The 1970s will be remembered for peace marches and the end of the Vietnam War. In music it will be remembered for a new generation of music started by the Beatles and the Rolling Stones in the 1960s. The 1970s will also be remembered for the untimely deaths of some of the brightest young stars in the world of rock music.
Jimi Hendrix: 1942 – 1970
Born November 27, 1942 in Seattle, Washington, Jimi Hendrix was a music legend widely considered to be the greatest electric guitarist in musical history. Hendrix made a name for himself and secured his place in rock music history as the headline act at the 1969 Woodstock Festival. He was inducted into the Rock and Roll Hall of Fame in 1992 and the UK Music Hall of Fame in 2005.
The song Purple Haze defined the genre of music known as Psychedelic rock. Hendrix would also forever be remembered for his electric guitar rendition of The Star-Spangled Banner performed at Woodstock in 1969.
Jimi Hendrix was found dead on September 18, 1970, in a London apartment at the age of 27. While various stories have circulated over the years as to how he died, the official cause of death has been listed as a combination of sleeping pills and alcohol.
Janis Joplin: 1943 – 1970
Born January 19, 1943 in Port Arthur, Texas, Janis Joplin became the Queen of Psychedelic Soul in the 1960s. Before going on to a successful solo career Joplin worked as the lead vocalist for the group Big Brother and the Holding Company. Joplin was inducted into the Rock and Roll Hall of Fame in 1995, and was given a Grammy Lifetime Achievement Award in 2005.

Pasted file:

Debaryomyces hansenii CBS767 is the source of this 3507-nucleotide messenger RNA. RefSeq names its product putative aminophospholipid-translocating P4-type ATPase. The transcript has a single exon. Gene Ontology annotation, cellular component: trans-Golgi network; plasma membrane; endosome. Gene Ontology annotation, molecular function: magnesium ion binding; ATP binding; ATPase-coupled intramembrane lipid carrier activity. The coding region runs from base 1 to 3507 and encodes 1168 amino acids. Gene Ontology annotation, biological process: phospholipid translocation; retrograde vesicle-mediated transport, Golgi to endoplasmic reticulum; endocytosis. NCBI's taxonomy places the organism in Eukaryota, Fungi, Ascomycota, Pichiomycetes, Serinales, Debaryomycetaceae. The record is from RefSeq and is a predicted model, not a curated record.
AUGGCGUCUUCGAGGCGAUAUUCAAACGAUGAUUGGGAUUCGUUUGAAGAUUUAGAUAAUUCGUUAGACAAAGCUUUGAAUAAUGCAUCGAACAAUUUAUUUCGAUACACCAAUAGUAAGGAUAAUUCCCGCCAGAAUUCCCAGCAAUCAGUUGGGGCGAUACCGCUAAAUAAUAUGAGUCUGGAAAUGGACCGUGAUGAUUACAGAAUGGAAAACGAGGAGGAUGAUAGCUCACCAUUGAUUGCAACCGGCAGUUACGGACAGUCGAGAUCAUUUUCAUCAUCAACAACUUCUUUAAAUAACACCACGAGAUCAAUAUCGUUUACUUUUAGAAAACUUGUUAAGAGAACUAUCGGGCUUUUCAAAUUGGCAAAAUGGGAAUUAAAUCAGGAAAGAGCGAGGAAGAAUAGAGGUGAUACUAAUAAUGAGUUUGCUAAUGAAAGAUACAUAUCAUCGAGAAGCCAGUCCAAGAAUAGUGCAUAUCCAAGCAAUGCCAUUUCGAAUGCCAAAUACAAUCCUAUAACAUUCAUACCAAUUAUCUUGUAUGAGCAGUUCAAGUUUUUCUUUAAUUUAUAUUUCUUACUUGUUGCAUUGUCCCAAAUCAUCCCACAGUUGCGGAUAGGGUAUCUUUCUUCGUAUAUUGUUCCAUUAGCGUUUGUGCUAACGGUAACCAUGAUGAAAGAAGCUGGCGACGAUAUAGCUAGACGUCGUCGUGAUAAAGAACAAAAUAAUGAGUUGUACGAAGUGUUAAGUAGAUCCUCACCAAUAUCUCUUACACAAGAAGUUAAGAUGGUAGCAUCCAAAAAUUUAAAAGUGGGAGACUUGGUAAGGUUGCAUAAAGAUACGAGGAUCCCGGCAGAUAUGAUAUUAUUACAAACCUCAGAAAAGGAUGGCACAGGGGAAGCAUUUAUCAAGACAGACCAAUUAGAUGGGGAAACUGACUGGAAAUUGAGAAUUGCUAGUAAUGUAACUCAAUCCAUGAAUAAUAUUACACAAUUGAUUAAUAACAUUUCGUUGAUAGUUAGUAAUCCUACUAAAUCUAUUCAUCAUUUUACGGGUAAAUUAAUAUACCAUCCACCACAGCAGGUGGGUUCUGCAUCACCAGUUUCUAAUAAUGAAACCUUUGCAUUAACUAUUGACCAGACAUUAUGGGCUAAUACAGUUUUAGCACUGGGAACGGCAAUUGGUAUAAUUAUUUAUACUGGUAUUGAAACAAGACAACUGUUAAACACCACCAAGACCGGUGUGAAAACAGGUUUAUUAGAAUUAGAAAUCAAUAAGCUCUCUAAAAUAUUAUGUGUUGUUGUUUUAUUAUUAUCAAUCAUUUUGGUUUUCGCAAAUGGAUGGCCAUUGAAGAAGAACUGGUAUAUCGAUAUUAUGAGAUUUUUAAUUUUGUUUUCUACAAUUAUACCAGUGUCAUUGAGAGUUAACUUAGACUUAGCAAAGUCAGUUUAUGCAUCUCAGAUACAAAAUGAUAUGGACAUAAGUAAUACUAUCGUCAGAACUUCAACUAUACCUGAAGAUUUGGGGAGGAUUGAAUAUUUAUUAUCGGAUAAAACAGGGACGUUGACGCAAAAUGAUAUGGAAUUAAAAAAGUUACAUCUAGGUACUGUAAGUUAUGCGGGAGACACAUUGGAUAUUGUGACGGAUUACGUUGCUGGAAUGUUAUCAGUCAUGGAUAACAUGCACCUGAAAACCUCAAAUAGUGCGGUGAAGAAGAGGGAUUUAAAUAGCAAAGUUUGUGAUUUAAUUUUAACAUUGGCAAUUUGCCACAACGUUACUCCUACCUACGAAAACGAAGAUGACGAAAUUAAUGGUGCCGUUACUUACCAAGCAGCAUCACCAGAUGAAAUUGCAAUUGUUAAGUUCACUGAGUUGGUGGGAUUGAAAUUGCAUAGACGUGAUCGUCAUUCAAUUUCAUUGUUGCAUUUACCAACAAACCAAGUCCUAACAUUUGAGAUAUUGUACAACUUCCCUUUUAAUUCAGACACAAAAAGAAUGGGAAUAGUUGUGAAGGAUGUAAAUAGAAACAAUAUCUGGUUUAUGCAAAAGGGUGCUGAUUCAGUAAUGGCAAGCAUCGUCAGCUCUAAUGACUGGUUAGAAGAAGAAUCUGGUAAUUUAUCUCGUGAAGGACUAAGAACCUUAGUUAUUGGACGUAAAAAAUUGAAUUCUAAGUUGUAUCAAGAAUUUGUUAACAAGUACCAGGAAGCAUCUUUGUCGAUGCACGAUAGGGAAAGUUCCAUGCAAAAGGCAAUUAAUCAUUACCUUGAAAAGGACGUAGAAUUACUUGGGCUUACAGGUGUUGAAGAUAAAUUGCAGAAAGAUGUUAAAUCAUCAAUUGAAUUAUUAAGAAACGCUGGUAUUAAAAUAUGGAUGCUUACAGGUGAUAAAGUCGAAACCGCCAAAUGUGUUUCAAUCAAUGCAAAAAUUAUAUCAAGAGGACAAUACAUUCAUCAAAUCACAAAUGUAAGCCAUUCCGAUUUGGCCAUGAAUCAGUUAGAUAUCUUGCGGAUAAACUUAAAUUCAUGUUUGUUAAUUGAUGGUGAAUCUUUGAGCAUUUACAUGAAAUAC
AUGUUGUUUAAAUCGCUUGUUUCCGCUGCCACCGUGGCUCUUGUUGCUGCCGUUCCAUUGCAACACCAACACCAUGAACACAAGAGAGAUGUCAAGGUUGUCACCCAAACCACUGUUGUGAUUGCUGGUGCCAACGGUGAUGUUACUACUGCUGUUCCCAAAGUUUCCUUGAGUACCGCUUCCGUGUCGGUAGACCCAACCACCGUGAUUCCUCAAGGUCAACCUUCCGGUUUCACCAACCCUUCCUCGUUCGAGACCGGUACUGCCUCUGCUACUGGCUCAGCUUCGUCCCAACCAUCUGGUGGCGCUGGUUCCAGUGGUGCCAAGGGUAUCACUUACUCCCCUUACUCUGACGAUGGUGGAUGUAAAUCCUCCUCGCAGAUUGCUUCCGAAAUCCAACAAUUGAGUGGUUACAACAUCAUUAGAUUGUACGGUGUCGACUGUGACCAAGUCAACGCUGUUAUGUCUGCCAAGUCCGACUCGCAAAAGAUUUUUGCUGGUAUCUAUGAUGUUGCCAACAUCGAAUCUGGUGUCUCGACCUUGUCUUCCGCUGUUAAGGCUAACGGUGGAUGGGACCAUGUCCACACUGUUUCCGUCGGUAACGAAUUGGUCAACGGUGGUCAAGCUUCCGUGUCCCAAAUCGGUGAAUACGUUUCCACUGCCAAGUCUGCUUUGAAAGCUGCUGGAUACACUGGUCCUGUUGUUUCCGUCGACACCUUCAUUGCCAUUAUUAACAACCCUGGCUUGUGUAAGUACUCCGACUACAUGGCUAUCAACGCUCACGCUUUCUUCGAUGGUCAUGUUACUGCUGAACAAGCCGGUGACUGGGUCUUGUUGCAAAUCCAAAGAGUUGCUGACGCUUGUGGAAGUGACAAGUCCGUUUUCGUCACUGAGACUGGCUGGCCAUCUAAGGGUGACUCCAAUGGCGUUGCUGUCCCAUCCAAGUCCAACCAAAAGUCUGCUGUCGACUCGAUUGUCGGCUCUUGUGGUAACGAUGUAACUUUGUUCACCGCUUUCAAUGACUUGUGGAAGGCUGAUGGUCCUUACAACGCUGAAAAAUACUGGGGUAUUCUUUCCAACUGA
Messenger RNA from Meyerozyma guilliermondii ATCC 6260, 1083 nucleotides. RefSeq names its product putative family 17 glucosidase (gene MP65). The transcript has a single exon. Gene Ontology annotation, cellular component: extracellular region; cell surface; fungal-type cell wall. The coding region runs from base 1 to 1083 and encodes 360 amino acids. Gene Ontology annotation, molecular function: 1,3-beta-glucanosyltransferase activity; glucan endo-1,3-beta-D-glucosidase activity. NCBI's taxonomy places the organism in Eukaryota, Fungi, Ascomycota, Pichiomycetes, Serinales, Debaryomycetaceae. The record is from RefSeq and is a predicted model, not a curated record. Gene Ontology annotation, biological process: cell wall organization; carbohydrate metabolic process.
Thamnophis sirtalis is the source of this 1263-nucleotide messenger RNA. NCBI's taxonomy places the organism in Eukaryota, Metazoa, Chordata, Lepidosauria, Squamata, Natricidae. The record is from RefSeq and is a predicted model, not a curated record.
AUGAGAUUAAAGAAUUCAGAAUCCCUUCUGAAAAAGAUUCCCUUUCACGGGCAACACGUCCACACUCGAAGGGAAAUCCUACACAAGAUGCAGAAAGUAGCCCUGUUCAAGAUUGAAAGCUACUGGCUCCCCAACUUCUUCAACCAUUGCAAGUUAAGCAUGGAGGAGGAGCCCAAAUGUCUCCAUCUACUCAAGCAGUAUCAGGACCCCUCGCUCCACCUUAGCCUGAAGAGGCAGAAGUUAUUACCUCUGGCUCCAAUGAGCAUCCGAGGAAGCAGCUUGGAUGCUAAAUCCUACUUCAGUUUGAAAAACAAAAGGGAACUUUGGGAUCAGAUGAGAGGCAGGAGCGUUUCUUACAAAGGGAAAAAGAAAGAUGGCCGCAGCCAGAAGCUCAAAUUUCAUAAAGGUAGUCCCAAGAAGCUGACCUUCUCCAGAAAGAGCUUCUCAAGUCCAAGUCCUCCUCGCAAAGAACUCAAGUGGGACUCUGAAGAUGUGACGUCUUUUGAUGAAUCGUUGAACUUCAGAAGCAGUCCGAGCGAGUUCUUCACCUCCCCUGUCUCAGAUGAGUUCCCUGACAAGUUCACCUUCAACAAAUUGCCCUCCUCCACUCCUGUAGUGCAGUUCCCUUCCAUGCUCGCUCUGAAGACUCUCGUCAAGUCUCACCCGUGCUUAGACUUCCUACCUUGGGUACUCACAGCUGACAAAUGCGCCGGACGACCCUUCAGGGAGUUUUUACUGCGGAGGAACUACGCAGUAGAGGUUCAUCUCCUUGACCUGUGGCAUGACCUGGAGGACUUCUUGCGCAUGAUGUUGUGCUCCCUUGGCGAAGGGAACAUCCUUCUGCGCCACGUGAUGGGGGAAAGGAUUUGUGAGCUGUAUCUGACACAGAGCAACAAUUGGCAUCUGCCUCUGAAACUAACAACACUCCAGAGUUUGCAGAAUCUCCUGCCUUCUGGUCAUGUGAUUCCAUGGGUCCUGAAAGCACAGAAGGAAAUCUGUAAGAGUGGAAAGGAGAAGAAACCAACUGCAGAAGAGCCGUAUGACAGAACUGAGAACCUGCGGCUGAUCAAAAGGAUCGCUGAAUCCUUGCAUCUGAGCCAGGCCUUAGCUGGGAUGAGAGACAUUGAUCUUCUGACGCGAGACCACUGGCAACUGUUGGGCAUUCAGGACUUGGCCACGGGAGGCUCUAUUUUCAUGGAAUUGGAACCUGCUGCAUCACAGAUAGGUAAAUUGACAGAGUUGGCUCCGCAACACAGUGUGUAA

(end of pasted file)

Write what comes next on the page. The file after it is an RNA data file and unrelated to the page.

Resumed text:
Joplin had a very unique and soulful voice. Joplin was one of the few female lead singers, along with Grace Slick of Jefferson Airplane, in the male dominated world of rock and roll in the 1960s.
The untimely death of Janis Joplin on October 4, 1970, at the age of 27, came less than a month after the death of her fellow rock superstar Jimi Hendrix. The official cause of death was an overdose of heroin, possibly combined with the effects of alcohol.
Jim Morrison: 1943 – 1971
Born December 8, 1943 in Melbourne, Florida, Jim Morrison was an intellectual genius who studied the writings of philosophers and poets. As lead singer of American rock band The Doors, Morrison was known for very unpredictable stage performances. Many attribute Morrison’s wild poetic lyrics to a troubled bipolar mind often influenced by drugs.
Throughout their performing days The Doors would have several altercations with the law due to Morrison’s wild antics. Even with their relatively brief existence as a band from 1965 to 1973, The Doors have sold over 35 million albums in the US, and nearly 100 million albums worldwide. In 1993, The Doors were inducted into the Rock and Roll Hall of Fame. In 1998, “Light My Fire” was inducted into the Grammy Hall of Fame under the category Rock.
Jim Morrison was found dead on July 3, 1971, in a Paris apartment bathtub by Morrison’s girlfriend, Pamela Courson. Pursuant to French law, no autopsy was performed. as there was no evidence of foul play. Because of Morrison’s struggles with depression and drug addiction many speculate his death was drug related. Like Jimi Hendrix and Janis Joplin, Morrison was 27 years old at the time of his death.
Drugs and 1970s Rock Music
Sadly, drugs are implicated in the untimely deaths of these 1970s rock legends who died In their prime. It is hard to believe that more than three decades have passed since these rock music legends have passed away. Thanks to all the classic rock radio stations, and the vehicle of the internet, their music and memories live on in all of us.
Peace. Rock On.